On the topic of teals, I think the only teal-ish part of the electorate is Cronulla. In Cronulla, there are lots of 20 and 30 something year old renters living in apartments. There’s a bit of a beachside conservationist vibe as well as lots of backpackers and surfers like in Wentworth, Warringah and Mackellar. Greenhills Beach (although having lots of mortgage holders and nuclear families) and Woolooware have some teal vibe though not as strong. If you’re a teal, there’s no use winning booths in just one suburb.

  9. @Votante, I wouldn’t say even Cronulla and Woolooware anywhere close to being Teal-ish as they still had a No Vote on The Voice plus Cronulla is well associated with “Anglo Australian” Values as they had as still have a large Australia Day celebration on the beach in contrast to Bondi plus I heard that Cronulla Riots is still viewed favorably by many residents.

  10. @Marh how does Australia Day equate to Anglo Australian values? It is a day celebrated by most Australians from plenty of different cultures and backgrounds: European, Asian, Indigenous, Arab, African, Pacific Islander, etc. I would advise you to refrain from referring to Australia Day as an exclusively or mostly White Australian celebration, because it isn’t.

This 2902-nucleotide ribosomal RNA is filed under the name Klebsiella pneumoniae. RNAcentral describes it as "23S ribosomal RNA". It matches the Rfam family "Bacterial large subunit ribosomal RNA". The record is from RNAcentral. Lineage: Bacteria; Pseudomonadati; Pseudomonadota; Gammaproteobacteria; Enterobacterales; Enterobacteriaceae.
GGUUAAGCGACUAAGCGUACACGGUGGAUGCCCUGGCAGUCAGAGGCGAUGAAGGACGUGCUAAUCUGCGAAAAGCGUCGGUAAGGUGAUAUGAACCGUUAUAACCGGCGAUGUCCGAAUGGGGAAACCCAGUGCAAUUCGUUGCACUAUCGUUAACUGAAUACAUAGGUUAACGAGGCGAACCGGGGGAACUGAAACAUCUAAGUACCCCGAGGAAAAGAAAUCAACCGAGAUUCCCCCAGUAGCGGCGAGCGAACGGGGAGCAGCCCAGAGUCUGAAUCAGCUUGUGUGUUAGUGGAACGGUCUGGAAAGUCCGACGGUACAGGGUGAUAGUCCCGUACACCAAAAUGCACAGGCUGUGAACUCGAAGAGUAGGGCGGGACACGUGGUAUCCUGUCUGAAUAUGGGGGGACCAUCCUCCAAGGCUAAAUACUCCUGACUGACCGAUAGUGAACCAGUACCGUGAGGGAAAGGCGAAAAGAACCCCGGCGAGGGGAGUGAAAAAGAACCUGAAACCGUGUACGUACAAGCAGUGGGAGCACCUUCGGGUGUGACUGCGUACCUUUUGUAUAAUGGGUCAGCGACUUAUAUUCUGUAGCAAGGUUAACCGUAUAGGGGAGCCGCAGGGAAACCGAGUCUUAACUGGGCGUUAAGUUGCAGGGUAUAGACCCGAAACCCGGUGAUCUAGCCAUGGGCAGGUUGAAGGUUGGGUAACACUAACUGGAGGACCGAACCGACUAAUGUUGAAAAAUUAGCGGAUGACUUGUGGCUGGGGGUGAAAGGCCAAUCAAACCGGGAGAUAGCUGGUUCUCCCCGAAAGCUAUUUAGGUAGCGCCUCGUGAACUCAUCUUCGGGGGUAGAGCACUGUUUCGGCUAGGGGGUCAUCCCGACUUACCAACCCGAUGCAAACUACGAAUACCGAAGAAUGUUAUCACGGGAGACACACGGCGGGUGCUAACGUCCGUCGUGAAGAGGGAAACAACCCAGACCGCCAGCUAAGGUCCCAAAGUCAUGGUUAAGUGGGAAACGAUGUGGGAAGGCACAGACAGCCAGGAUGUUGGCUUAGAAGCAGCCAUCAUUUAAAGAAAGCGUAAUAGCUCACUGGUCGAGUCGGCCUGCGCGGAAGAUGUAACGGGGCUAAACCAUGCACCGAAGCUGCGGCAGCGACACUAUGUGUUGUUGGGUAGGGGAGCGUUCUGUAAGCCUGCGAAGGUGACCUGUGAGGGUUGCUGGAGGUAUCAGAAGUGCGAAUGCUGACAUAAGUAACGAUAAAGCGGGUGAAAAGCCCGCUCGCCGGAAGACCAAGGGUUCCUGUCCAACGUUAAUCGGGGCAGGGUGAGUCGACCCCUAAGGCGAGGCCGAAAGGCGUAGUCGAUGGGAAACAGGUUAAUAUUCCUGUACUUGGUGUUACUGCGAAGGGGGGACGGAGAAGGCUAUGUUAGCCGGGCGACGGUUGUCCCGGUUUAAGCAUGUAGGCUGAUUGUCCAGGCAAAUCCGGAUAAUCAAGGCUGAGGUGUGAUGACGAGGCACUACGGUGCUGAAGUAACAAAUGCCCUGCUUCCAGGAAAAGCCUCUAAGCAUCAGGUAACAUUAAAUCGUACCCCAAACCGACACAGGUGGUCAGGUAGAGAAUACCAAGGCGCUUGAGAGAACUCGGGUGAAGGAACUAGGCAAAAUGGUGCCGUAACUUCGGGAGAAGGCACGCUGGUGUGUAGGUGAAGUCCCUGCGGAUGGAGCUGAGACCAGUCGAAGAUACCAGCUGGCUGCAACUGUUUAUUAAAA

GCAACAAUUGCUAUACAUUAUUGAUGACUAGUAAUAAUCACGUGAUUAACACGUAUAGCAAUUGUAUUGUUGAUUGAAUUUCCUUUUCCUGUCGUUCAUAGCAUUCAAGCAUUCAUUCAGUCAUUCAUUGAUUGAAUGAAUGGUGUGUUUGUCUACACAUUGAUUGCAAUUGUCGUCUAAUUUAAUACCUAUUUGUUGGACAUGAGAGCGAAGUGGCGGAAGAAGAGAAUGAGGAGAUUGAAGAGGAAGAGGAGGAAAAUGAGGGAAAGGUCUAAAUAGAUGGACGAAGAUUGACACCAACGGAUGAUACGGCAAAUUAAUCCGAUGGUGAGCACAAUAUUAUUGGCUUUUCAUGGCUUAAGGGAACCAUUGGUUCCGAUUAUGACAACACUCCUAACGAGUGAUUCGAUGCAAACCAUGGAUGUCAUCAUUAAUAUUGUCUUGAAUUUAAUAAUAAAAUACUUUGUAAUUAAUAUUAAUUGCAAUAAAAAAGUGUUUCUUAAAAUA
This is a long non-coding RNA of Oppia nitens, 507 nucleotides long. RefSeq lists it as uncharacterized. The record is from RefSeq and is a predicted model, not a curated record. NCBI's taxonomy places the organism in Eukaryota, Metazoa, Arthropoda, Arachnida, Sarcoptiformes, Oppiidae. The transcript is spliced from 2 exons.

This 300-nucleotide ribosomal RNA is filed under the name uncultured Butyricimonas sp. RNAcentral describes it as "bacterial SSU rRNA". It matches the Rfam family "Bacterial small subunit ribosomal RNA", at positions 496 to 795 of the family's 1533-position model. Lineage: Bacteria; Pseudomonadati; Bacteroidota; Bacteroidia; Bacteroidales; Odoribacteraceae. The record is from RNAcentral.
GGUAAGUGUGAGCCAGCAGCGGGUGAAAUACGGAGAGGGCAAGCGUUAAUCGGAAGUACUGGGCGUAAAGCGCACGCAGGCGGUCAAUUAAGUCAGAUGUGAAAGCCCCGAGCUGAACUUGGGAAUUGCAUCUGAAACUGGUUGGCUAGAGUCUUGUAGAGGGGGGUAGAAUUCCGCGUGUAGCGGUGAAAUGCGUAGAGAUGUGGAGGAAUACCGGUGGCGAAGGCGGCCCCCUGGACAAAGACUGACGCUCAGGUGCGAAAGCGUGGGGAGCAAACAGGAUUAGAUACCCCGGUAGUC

11. But nevertheless I agree that Cronulla and Woolooware aren’t tealish at all, nor is anywhere in this electorate really.

  12. I agree that Cronulla is Teal-proof Blue ribbon Liberal area and not in reach of Labor as well. Maybe the Gold Coast seats are similar blue-Ribbon teal proof. The Northern Beaches seem to be much more socially progressive despite it being an even less ethnically diverse area and have a similar surfing culture. Bondi is more progressive and has a larger Green/ALP vote than the Northern Beaches or Sutherland Shire. Interestingly, Bondi has a large Jewish community which is not found in either the Northern Beaches or Sutherland Shire.